In my view, the world can be divided up into 3 kinds of people: those who love tuna salad, those who hate it, and those who used to love it before going vegan. I am in that last category — the kind of tuna salad lover who enjoyed it hot, cold, in casseroles and all of the other gross-sounding yet nostalgic concoctions one could imagine. Tuna melts made me swoon with pleasure, while I could have eaten cold tuna salad over crackers, salad, bread — you name it!*
* Incidentally, I have a theory that there is a direct correlation between tuna lovers and mayo lovers, as I happened to love mayo as well (and still consider Vegenaise a staple in my diet). My dad, on the other hand, always found both of these food items gag-worthy — and I can say with all of the confidence in the world that the thing he misses the LEAST since going vegan is ever having to worry about someone trying to serve him tuna salad with mayo ever again.
Anyways, not only does the whole idea of tuna salad not comport in any way ethically with my diet now, but it’s pretty nasty when one thinks about the health implications of what I was eating. Mercury is the first, and obvious, health pitfall to come to mind. But even when one thinks about the canning process and amount of other toxins in fish in general, tuna was probably the least healthy choice when it came to creatures of the sea. Then there was the white bread it was usually served with, and the gobs of cheese if that tuna was made into a melt. Ick!
This refreshing salad-collard combo was designed to satisfy my nostalgia for tuna salads while not making me feel too full or giving me that “ick” factor that comes with eating fatty and unhealthy meals, however satisfying they may be in the moment. This one is satisfying, yet will allow you to go on with your day without needing a post-meal digestion nap (i.e. food coma). It is a great lunch idea, as these can easily be wrapped in cling wrap or foil or packed in tupperware, as they hold together nicely and do not risk getting soggy like bread or a normal wrap would. In fact, collard wraps of a various nature are my go-to lunch source (I also love collard hummus wraps with veggies).
While this chickpea salad is not exactly like tuna, that’s the point! It’s supposed to taste fresh and healthy, while still satisfying those lingering cravings for all you former tuna salad lovers out there who have either given up animal products, or those of you who are trying something much more healthy, low-carb or lighter in general. I love that collards are one of nature’s foods that are “accidentally” gluten-free. So often we’re spending time or money trying to make or buy gluten-free foods with all sorts of ingredients, while collards are so easy and simple. It’s easy to forget about them!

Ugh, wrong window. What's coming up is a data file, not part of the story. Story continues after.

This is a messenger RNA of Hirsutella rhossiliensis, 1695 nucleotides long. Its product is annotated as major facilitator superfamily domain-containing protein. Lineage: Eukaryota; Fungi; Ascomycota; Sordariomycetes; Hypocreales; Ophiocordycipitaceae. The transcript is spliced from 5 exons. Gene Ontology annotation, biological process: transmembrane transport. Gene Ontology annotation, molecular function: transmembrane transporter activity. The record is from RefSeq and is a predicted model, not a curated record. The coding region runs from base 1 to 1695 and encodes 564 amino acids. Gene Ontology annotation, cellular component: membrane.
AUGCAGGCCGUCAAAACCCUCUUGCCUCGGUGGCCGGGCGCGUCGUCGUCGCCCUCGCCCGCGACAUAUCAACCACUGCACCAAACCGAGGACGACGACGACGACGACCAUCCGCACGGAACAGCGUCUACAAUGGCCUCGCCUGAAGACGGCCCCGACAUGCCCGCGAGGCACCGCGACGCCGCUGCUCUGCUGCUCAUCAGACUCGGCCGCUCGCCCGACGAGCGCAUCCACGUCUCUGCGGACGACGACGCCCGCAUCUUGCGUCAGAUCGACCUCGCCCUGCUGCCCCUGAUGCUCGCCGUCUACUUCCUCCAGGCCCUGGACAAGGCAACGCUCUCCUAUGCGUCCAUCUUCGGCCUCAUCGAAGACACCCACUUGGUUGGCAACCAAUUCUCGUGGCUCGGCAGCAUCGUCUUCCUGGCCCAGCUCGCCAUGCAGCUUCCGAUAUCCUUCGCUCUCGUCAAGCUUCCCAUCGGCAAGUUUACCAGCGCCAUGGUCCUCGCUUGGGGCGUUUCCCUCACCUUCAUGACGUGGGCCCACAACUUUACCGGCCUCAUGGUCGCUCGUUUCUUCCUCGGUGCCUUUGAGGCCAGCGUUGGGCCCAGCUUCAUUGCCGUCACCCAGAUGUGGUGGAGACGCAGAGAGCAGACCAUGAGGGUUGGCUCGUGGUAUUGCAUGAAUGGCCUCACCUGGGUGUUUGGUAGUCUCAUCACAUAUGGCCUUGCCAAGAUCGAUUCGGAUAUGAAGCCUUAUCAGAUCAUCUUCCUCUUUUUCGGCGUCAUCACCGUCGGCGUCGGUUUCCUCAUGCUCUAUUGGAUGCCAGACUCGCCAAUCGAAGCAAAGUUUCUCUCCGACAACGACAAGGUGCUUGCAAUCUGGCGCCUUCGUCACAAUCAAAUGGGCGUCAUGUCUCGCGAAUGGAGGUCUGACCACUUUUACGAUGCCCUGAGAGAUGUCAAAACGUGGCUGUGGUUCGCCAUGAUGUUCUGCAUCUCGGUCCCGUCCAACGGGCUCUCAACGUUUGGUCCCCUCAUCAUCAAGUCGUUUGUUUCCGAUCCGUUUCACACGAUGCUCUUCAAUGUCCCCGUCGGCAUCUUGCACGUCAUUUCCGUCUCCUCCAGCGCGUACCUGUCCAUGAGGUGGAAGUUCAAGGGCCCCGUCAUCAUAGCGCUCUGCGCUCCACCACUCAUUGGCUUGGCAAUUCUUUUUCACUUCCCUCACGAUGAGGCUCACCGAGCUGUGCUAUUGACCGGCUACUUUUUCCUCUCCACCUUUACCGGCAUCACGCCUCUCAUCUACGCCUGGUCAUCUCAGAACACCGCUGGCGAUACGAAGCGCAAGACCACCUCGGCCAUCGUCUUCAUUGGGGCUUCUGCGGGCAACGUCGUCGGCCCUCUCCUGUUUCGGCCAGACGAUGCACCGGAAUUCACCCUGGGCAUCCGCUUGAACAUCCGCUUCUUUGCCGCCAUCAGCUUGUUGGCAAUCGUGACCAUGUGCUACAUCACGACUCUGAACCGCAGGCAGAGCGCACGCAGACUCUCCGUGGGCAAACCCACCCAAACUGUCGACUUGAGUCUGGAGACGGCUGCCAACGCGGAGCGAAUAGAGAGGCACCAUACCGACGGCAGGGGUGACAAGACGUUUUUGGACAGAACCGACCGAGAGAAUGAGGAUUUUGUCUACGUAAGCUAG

Note: for a more burrito-like wrap, add more filling and fold one side first, then fold the leafy end in, and roll. There’s really no wrong way to roll a collard. OK, maybe there is. But depending on the amount of filling I’m using, and the size and texture of my collards, I go between a more “flat” wrap, a burrito wrap, or more of an open-faced lettuce wrap type concoction. You can also add additions like as sprouts, spinach, avocado other other veggies of choice.
A few notes: I am not sure how many this would typically serve, as it probably depends on how much filling you use and what else you’re eating with these. Using large collards, the filling, divided among 4 wraps, makes wraps the size of the top picture. Also, I designed this recipe to be light on the salt content, as the dulse, scallion and aminos add a salty flavor without tons of sodium. However, if you wish to add more salt, adjust to taste. You can also easily add more dulse to taste, as I did in the last picture.
4 collard greens, thick stems on end removed
1 15-oz. can chickpeas (garbanzo beans), drained and rinsed
3 tablespoons reduced-fat Vegenaise (or soy-free Vegenaise to make this soy-free)
1 teaspoon Bragg’s Liquid Amino’s
1 teaspoon dulse flakes (found in sea vegetable section of most health food stores)
2 scallions, finely chopped
1/4 cup pickle, drained and minced (I always use Bubbie’s brand, which is raw fermented)
sea salt to taste (optional)
1. Divide filling among 4 collard wraps and spread around the rib of the collard. Place 3 tomato slices over filling of each wrap.
2. Fold leaves of collard over the rib, and then fold over leafy end, leaving other end open. Place fold down on plate to serve.